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Maintaining Manrique´s Attractions

As many years have already passed since the seven wonders of Lanzarote were constructed to form the backbone of its cultural tourist offering, it’s unsurprising to read that the stalagmite structures in the Cactus Garden

have begun to deteriorate. The stone sculptures created by Manrique as part of the landscape against which to view the cacti in the Garden are crumbling, with the red coloured volcanic lapilli disintegrating to such an extent that the Cabildo has had to task the Institute of Cultural Patrimonio in Spain with an investigation into the causes.

While it may simply be an issue of ageing mortar, the bigger question that such occurrences raise is how to maintain and safeguard the architectural and artistic heritage of Cesar Manrique’s work. After all, every year hundreds of thousands of pairs of feet walk over the painted floors of the Foundation, touching the white walls with their hands and leaving small but perceptible traces as the years’ progress.

Only a few years ago, the cascade to the side of the main Jameos pool was never working. Then there was a period when you had to pick your way across the beautiful sea weathered stones that formed a pathway through the gushing water, as the stream’s mechanics had been fixed and were now able to illustrate the original intention. Yet more recently still, it seems once again this water feature has stopped working with little indication it will be operational soon.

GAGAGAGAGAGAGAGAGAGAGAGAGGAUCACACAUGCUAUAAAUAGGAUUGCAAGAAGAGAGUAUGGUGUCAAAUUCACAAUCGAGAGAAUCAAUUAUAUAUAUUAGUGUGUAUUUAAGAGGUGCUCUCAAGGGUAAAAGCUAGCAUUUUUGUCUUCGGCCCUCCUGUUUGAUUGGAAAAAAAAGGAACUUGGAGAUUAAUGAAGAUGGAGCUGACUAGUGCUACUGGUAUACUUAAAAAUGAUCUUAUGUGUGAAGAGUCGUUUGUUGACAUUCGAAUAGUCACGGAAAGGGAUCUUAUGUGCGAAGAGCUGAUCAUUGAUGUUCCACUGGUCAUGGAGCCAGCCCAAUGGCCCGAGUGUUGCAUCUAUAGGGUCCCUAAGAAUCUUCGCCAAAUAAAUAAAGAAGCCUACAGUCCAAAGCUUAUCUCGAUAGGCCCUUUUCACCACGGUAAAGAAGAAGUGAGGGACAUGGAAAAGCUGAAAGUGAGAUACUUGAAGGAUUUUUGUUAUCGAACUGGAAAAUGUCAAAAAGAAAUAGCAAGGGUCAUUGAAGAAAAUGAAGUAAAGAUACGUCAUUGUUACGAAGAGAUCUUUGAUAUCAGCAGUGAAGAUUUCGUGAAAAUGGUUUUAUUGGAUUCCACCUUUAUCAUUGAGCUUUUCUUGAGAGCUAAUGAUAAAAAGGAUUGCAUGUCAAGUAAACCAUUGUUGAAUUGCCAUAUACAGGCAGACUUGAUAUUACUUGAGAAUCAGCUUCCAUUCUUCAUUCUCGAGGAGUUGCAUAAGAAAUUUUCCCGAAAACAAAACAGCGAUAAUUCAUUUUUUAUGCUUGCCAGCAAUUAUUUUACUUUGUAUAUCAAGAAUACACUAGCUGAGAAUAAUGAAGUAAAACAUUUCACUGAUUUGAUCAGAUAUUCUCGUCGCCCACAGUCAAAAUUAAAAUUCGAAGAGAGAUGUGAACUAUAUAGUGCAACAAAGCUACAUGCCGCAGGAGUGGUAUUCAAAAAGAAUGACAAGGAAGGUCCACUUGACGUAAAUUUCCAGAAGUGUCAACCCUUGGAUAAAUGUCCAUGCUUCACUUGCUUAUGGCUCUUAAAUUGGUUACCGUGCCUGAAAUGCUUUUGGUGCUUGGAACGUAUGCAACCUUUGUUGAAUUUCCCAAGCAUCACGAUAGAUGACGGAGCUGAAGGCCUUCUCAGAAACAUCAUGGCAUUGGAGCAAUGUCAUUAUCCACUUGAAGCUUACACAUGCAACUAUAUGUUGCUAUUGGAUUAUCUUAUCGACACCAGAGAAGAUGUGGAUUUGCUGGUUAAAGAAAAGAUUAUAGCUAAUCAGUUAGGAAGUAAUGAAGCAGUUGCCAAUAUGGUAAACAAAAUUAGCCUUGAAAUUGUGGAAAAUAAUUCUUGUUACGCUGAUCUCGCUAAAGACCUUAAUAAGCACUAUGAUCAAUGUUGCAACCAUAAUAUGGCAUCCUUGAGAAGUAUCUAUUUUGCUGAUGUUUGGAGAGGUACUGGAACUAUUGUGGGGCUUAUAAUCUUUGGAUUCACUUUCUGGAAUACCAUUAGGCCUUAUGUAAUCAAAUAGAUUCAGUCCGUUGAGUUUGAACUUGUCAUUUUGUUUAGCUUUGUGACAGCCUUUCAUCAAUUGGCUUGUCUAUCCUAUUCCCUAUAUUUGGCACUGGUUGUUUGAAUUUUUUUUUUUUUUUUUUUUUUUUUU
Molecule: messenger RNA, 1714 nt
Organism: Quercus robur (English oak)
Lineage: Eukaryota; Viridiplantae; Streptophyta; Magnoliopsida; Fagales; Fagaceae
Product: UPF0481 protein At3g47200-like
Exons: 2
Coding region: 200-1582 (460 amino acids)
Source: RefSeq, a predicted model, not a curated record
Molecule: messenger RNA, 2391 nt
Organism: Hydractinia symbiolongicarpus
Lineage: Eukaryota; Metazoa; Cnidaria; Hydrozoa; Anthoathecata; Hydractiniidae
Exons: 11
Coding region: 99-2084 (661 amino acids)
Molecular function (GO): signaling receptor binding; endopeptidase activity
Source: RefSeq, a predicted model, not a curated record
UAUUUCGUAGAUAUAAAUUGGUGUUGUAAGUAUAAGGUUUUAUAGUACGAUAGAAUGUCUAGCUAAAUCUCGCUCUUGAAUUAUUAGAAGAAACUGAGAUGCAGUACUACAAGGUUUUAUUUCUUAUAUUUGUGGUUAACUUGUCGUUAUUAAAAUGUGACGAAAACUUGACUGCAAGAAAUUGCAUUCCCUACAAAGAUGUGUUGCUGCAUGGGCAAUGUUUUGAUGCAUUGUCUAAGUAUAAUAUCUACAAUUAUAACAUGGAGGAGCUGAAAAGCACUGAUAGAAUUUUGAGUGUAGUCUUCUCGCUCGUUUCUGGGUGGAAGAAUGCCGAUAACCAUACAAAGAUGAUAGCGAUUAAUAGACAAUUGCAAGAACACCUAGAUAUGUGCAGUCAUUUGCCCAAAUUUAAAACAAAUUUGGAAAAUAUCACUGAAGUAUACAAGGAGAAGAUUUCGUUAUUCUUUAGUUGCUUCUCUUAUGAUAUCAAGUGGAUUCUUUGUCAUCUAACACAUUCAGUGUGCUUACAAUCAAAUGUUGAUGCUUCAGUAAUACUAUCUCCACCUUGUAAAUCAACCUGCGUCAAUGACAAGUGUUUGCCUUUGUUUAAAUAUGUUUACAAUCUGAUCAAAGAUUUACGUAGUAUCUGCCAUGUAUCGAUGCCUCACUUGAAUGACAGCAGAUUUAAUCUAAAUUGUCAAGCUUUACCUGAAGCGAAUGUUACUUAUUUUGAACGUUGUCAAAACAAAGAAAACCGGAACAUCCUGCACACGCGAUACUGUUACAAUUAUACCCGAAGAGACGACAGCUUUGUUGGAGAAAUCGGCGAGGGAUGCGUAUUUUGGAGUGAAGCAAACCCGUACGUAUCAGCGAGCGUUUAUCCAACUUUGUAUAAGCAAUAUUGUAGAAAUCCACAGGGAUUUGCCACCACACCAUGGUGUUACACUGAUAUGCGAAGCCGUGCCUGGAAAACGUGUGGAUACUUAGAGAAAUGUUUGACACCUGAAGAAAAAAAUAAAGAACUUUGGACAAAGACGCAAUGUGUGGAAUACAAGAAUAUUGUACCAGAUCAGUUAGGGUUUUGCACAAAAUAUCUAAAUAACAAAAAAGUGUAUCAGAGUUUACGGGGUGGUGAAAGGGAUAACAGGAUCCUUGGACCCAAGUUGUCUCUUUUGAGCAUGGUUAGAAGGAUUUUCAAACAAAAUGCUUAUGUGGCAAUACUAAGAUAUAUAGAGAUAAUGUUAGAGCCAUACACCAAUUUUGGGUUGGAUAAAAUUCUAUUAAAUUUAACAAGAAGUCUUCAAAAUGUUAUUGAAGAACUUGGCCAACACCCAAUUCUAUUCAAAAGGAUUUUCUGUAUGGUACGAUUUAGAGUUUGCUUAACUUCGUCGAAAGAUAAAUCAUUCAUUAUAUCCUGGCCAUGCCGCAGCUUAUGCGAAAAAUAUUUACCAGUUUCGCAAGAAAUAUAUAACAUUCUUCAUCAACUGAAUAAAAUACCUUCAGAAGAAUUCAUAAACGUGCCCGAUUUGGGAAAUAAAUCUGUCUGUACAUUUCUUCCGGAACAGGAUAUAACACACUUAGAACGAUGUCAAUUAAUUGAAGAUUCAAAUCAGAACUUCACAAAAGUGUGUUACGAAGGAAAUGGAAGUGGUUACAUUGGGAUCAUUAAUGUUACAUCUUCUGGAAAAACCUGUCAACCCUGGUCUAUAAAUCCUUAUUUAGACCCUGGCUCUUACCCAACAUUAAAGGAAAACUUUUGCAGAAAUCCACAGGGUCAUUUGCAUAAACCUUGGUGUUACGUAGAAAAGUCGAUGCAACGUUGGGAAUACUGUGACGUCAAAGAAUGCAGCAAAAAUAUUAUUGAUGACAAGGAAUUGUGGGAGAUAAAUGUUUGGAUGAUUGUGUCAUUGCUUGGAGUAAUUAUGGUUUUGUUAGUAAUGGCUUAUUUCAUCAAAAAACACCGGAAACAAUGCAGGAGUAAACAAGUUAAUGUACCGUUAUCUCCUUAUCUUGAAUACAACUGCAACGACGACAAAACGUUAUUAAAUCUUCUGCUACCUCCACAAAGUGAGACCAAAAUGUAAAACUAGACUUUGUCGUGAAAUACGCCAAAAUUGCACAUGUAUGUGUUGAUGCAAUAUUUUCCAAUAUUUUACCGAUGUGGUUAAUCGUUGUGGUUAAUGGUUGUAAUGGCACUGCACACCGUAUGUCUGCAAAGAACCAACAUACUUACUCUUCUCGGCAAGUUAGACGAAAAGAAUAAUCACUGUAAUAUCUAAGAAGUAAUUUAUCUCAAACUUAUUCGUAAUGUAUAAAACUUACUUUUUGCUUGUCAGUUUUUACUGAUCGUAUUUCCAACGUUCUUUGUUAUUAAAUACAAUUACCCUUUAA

On a more scandalous note, the stage in the Auditorium of the Jameos has not been in use for over a decade, due to the singular occasion when a few small bits of debris fell from part of the roof onto the stage. So much political mileage has been made by successive officials in the process of supposedly securing the structure, that several million Euros have been spent, with almost nothing to show for it, apart from a couple of reports.

With some of the attractions well into their fourth decade of receiving visitors, they do on the whole seem to weather high volumes of passing tourists very well. When visiting one of these photogenic sites, it’s amusing to ponder how many millions of photos these amazing locations must already appear in, as person after person lines up another shot of the palm hanging over the pool or the windmill towering over the amphitheatre of the Cactus Garden.